Contact: Mr. G. Spencer, National Human Genome Research Institute, United States of America. Tel: +1 (301) 4020 911; Or Ms. R. Tomlin, Baylor College of Medicine, United States of America. Tel: +1 (713) 7984 710.


Genome of Cryptosporidium decoded

In the United States, the genomic sequence of Cryptosporidium hominis has been decoded by a multi-institutional team of scientists led by Dr. Giovanni Widmer at Tufts University School of Veterinary Medicine. The highly contagious parasite lives in the intestines of infected humans and is classified by the Centres for Disease Control and Prevention as a potential bioterrorist agent. Tufts is the first research institution capable of isolating and propagating this pathogen.

In 2000, Tufts applied to the National Institutes of Health (NIH) for funding to enable a consortium of researchers at Tufts University, Virginia Commonwealth University and the University of Minnesota to simultaneously sequence the genomes of two Cryptosporidium pathogens infectious to humans C. hominis and C. parvum. Apart from producing DNA from the C. hominis isolate TU502, scientists constructed a bacterial artificial chromosome library for this research project, which is crucial for building a scaffold of the genome, on which smaller sequence assemblies are aligned. The genome of Cryptosporidium will help determine underlying mechanisms of the organisms unusual resistance to antimicrobial agents, and enable researchers to develop preventive vaccines and/or pharmaceutical treatments for the parasite.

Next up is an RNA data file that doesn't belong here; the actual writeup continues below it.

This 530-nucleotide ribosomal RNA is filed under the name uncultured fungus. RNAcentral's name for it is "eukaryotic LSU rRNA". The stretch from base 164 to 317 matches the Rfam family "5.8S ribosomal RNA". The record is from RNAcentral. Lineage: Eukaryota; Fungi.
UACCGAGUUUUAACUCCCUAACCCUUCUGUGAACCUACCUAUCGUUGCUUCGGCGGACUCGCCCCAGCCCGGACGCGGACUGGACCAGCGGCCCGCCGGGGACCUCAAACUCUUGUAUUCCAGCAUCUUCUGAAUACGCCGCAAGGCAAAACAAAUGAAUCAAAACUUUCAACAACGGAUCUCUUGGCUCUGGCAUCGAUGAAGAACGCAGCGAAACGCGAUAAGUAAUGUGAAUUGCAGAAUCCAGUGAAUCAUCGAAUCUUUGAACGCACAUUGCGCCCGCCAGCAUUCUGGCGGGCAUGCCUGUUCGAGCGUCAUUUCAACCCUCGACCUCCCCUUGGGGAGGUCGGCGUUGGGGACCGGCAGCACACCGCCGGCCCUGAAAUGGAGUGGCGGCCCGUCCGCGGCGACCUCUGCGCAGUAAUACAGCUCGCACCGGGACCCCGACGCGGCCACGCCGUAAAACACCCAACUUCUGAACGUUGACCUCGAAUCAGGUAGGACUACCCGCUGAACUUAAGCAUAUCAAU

Researchers sequence genome of Haloarcula marismotui

The genetic assembly of Haloarcula marismotui, an archaeon that thrives in the Dead Sea, has been fully sequenced by researchers from the Institute for Systems Biology (ISB), the United States, in collaboration with researchers from National Yan Ming University in Taiwan and the University of Texas, the United States. Fifteen scientists collaborated on sequencing the 4.3 million base-pair genome. According to ISB, this investigation suggests that evolution of the first eukaryotic organism might have resulted from the fusion of genomes from a bacterium and an archaeon. Scientists believe that understanding this and other archaeal organisms might lead to applications in energy, bioremediation and health.


Gene variants associated with late-onset Alzheimers identified